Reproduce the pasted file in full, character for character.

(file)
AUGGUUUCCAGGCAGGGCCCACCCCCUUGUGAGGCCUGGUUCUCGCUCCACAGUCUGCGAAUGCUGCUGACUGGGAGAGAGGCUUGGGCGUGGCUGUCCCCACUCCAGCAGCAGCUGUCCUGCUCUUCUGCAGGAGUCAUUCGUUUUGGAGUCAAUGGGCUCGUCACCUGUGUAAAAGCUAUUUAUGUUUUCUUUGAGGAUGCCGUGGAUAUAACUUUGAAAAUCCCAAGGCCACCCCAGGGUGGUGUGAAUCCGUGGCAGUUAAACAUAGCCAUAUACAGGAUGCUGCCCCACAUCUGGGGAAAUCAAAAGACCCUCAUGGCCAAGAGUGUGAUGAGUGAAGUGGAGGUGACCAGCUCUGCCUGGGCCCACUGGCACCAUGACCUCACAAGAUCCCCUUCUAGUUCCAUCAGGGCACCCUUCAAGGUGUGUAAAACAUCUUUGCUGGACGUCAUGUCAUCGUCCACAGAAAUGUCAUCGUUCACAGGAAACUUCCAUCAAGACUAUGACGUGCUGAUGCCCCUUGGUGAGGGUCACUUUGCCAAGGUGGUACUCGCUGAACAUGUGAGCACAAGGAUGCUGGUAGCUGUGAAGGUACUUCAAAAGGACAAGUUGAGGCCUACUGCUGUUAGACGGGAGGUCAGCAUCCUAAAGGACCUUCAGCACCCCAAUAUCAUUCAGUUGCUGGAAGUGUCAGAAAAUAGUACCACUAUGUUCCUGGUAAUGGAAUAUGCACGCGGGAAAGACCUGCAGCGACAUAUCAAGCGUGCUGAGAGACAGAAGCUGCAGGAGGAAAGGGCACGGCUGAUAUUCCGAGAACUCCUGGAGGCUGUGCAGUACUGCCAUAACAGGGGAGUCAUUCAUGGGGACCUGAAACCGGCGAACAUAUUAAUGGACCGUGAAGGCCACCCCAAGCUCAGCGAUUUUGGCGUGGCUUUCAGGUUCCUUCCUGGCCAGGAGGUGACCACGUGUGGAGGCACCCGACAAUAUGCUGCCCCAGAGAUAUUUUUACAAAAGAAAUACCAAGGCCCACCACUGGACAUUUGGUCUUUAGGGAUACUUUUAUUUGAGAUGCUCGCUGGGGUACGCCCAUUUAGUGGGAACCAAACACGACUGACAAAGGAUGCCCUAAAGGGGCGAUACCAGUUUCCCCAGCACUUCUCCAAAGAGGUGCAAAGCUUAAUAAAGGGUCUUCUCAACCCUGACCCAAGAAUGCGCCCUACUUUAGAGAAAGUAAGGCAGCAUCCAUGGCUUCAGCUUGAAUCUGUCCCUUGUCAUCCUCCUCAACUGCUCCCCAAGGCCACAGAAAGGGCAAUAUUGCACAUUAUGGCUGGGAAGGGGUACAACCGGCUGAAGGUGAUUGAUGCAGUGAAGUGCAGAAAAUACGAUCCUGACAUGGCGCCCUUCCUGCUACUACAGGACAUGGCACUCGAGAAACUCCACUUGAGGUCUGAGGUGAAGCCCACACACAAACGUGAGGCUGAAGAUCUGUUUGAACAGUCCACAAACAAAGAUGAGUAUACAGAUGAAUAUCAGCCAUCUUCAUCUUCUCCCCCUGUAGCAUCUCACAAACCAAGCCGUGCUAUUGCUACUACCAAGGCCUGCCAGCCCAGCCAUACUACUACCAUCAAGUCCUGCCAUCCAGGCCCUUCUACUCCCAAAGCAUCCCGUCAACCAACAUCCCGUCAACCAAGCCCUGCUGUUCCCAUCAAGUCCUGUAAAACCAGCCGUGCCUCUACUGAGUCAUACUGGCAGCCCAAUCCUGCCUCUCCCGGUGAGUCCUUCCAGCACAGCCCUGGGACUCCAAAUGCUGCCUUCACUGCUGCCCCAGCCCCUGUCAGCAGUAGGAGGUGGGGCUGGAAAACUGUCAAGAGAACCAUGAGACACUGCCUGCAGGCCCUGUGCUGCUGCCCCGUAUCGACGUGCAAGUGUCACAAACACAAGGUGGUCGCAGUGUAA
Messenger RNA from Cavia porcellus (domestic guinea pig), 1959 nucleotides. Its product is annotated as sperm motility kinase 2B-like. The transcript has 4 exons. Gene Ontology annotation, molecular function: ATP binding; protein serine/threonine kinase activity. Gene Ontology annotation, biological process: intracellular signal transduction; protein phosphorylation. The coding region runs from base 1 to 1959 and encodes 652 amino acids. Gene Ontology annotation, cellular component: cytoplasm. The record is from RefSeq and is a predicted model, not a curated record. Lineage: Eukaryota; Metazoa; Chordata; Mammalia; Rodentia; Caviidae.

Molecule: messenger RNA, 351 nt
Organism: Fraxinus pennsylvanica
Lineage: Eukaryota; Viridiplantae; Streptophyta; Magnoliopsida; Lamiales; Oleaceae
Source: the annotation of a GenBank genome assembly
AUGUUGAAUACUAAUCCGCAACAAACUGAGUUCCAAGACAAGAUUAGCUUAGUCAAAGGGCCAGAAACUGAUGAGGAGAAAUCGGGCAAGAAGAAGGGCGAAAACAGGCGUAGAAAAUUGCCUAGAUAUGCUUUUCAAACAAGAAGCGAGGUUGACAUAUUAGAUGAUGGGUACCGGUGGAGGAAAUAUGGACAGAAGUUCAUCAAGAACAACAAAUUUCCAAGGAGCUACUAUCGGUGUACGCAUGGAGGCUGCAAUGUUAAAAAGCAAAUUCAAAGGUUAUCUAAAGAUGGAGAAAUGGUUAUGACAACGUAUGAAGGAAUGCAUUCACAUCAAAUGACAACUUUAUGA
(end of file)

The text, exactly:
AUGGUUUCCAGGCAGGGCCCACCCCCUUGUGAGGCCUGGUUCUCGCUCCACAGUCUGCGAAUGCUGCUGACUGGGAGAGAGGCUUGGGCGUGGCUGUCCCCACUCCAGCAGCAGCUGUCCUGCUCUUCUGCAGGAGUCAUUCGUUUUGGAGUCAAUGGGCUCGUCACCUGUGUAAAAGCUAUUUAUGUUUUCUUUGAGGAUGCCGUGGAUAUAACUUUGAAAAUCCCAAGGCCACCCCAGGGUGGUGUGAAUCCGUGGCAGUUAAACAUAGCCAUAUACAGGAUGCUGCCCCACAUCUGGGGAAAUCAAAAGACCCUCAUGGCCAAGAGUGUGAUGAGUGAAGUGGAGGUGACCAGCUCUGCCUGGGCCCACUGGCACCAUGACCUCACAAGAUCCCCUUCUAGUUCCAUCAGGGCACCCUUCAAGGUGUGUAAAACAUCUUUGCUGGACGUCAUGUCAUCGUCCACAGAAAUGUCAUCGUUCACAGGAAACUUCCAUCAAGACUAUGACGUGCUGAUGCCCCUUGGUGAGGGUCACUUUGCCAAGGUGGUACUCGCUGAACAUGUGAGCACAAGGAUGCUGGUAGCUGUGAAGGUACUUCAAAAGGACAAGUUGAGGCCUACUGCUGUUAGACGGGAGGUCAGCAUCCUAAAGGACCUUCAGCACCCCAAUAUCAUUCAGUUGCUGGAAGUGUCAGAAAAUAGUACCACUAUGUUCCUGGUAAUGGAAUAUGCACGCGGGAAAGACCUGCAGCGACAUAUCAAGCGUGCUGAGAGACAGAAGCUGCAGGAGGAAAGGGCACGGCUGAUAUUCCGAGAACUCCUGGAGGCUGUGCAGUACUGCCAUAACAGGGGAGUCAUUCAUGGGGACCUGAAACCGGCGAACAUAUUAAUGGACCGUGAAGGCCACCCCAAGCUCAGCGAUUUUGGCGUGGCUUUCAGGUUCCUUCCUGGCCAGGAGGUGACCACGUGUGGAGGCACCCGACAAUAUGCUGCCCCAGAGAUAUUUUUACAAAAGAAAUACCAAGGCCCACCACUGGACAUUUGGUCUUUAGGGAUACUUUUAUUUGAGAUGCUCGCUGGGGUACGCCCAUUUAGUGGGAACCAAACACGACUGACAAAGGAUGCCCUAAAGGGGCGAUACCAGUUUCCCCAGCACUUCUCCAAAGAGGUGCAAAGCUUAAUAAAGGGUCUUCUCAACCCUGACCCAAGAAUGCGCCCUACUUUAGAGAAAGUAAGGCAGCAUCCAUGGCUUCAGCUUGAAUCUGUCCCUUGUCAUCCUCCUCAACUGCUCCCCAAGGCCACAGAAAGGGCAAUAUUGCACAUUAUGGCUGGGAAGGGGUACAACCGGCUGAAGGUGAUUGAUGCAGUGAAGUGCAGAAAAUACGAUCCUGACAUGGCGCCCUUCCUGCUACUACAGGACAUGGCACUCGAGAAACUCCACUUGAGGUCUGAGGUGAAGCCCACACACAAACGUGAGGCUGAAGAUCUGUUUGAACAGUCCACAAACAAAGAUGAGUAUACAGAUGAAUAUCAGCCAUCUUCAUCUUCUCCCCCUGUAGCAUCUCACAAACCAAGCCGUGCUAUUGCUACUACCAAGGCCUGCCAGCCCAGCCAUACUACUACCAUCAAGUCCUGCCAUCCAGGCCCUUCUACUCCCAAAGCAUCCCGUCAACCAACAUCCCGUCAACCAAGCCCUGCUGUUCCCAUCAAGUCCUGUAAAACCAGCCGUGCCUCUACUGAGUCAUACUGGCAGCCCAAUCCUGCCUCUCCCGGUGAGUCCUUCCAGCACAGCCCUGGGACUCCAAAUGCUGCCUUCACUGCUGCCCCAGCCCCUGUCAGCAGUAGGAGGUGGGGCUGGAAAACUGUCAAGAGAACCAUGAGACACUGCCUGCAGGCCCUGUGCUGCUGCCCCGUAUCGACGUGCAAGUGUCACAAACACAAGGUGGUCGCAGUGUAA
Messenger RNA from Cavia porcellus (domestic guinea pig), 1959 nucleotides. Its product is annotated as sperm motility kinase 2B-like. The transcript has 4 exons. Gene Ontology annotation, molecular function: ATP binding; protein serine/threonine kinase activity. Gene Ontology annotation, biological process: intracellular signal transduction; protein phosphorylation. The coding region runs from base 1 to 1959 and encodes 652 amino acids. Gene Ontology annotation, cellular component: cytoplasm. The record is from RefSeq and is a predicted model, not a curated record. Lineage: Eukaryota; Metazoa; Chordata; Mammalia; Rodentia; Caviidae.

Molecule: messenger RNA, 351 nt
Organism: Fraxinus pennsylvanica
Lineage: Eukaryota; Viridiplantae; Streptophyta; Magnoliopsida; Lamiales; Oleaceae
Source: the annotation of a GenBank genome assembly
AUGUUGAAUACUAAUCCGCAACAAACUGAGUUCCAAGACAAGAUUAGCUUAGUCAAAGGGCCAGAAACUGAUGAGGAGAAAUCGGGCAAGAAGAAGGGCGAAAACAGGCGUAGAAAAUUGCCUAGAUAUGCUUUUCAAACAAGAAGCGAGGUUGACAUAUUAGAUGAUGGGUACCGGUGGAGGAAAUAUGGACAGAAGUUCAUCAAGAACAACAAAUUUCCAAGGAGCUACUAUCGGUGUACGCAUGGAGGCUGCAAUGUUAAAAAGCAAAUUCAAAGGUUAUCUAAAGAUGGAGAAAUGGUUAUGACAACGUAUGAAGGAAUGCAUUCACAUCAAAUGACAACUUUAUGA